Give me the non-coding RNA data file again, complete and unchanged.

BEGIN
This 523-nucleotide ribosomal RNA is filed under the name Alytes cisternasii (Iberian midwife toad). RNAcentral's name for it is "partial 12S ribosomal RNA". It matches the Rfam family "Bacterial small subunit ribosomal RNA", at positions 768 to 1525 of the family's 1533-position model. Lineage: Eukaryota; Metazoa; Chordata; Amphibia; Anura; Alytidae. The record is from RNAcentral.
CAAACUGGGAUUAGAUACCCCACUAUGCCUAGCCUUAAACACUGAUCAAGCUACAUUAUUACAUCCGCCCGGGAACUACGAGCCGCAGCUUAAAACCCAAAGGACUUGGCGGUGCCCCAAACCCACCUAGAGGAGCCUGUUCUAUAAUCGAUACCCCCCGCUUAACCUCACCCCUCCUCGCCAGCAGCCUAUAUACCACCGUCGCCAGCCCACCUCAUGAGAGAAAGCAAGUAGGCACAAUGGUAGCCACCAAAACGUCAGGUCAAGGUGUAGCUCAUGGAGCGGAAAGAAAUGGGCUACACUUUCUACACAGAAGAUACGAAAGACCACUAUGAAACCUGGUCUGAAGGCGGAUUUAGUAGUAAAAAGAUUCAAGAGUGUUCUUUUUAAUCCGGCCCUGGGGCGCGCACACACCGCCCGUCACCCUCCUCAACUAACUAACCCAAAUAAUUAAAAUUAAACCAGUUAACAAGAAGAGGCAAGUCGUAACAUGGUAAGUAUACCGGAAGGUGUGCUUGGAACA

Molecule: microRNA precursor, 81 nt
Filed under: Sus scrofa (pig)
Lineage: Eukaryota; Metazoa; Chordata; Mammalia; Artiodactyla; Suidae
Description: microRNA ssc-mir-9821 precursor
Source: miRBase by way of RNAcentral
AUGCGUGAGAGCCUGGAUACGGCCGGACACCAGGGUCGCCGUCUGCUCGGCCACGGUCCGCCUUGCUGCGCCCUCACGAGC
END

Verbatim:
This 523-nucleotide ribosomal RNA is filed under the name Alytes cisternasii (Iberian midwife toad). RNAcentral's name for it is "partial 12S ribosomal RNA". It matches the Rfam family "Bacterial small subunit ribosomal RNA", at positions 768 to 1525 of the family's 1533-position model. Lineage: Eukaryota; Metazoa; Chordata; Amphibia; Anura; Alytidae. The record is from RNAcentral.
CAAACUGGGAUUAGAUACCCCACUAUGCCUAGCCUUAAACACUGAUCAAGCUACAUUAUUACAUCCGCCCGGGAACUACGAGCCGCAGCUUAAAACCCAAAGGACUUGGCGGUGCCCCAAACCCACCUAGAGGAGCCUGUUCUAUAAUCGAUACCCCCCGCUUAACCUCACCCCUCCUCGCCAGCAGCCUAUAUACCACCGUCGCCAGCCCACCUCAUGAGAGAAAGCAAGUAGGCACAAUGGUAGCCACCAAAACGUCAGGUCAAGGUGUAGCUCAUGGAGCGGAAAGAAAUGGGCUACACUUUCUACACAGAAGAUACGAAAGACCACUAUGAAACCUGGUCUGAAGGCGGAUUUAGUAGUAAAAAGAUUCAAGAGUGUUCUUUUUAAUCCGGCCCUGGGGCGCGCACACACCGCCCGUCACCCUCCUCAACUAACUAACCCAAAUAAUUAAAAUUAAACCAGUUAACAAGAAGAGGCAAGUCGUAACAUGGUAAGUAUACCGGAAGGUGUGCUUGGAACA

Molecule: microRNA precursor, 81 nt
Filed under: Sus scrofa (pig)
Lineage: Eukaryota; Metazoa; Chordata; Mammalia; Artiodactyla; Suidae
Description: microRNA ssc-mir-9821 precursor
Source: miRBase by way of RNAcentral
AUGCGUGAGAGCCUGGAUACGGCCGGACACCAGGGUCGCCGUCUGCUCGGCCACGGUCCGCCUUGCUGCGCCCUCACGAGC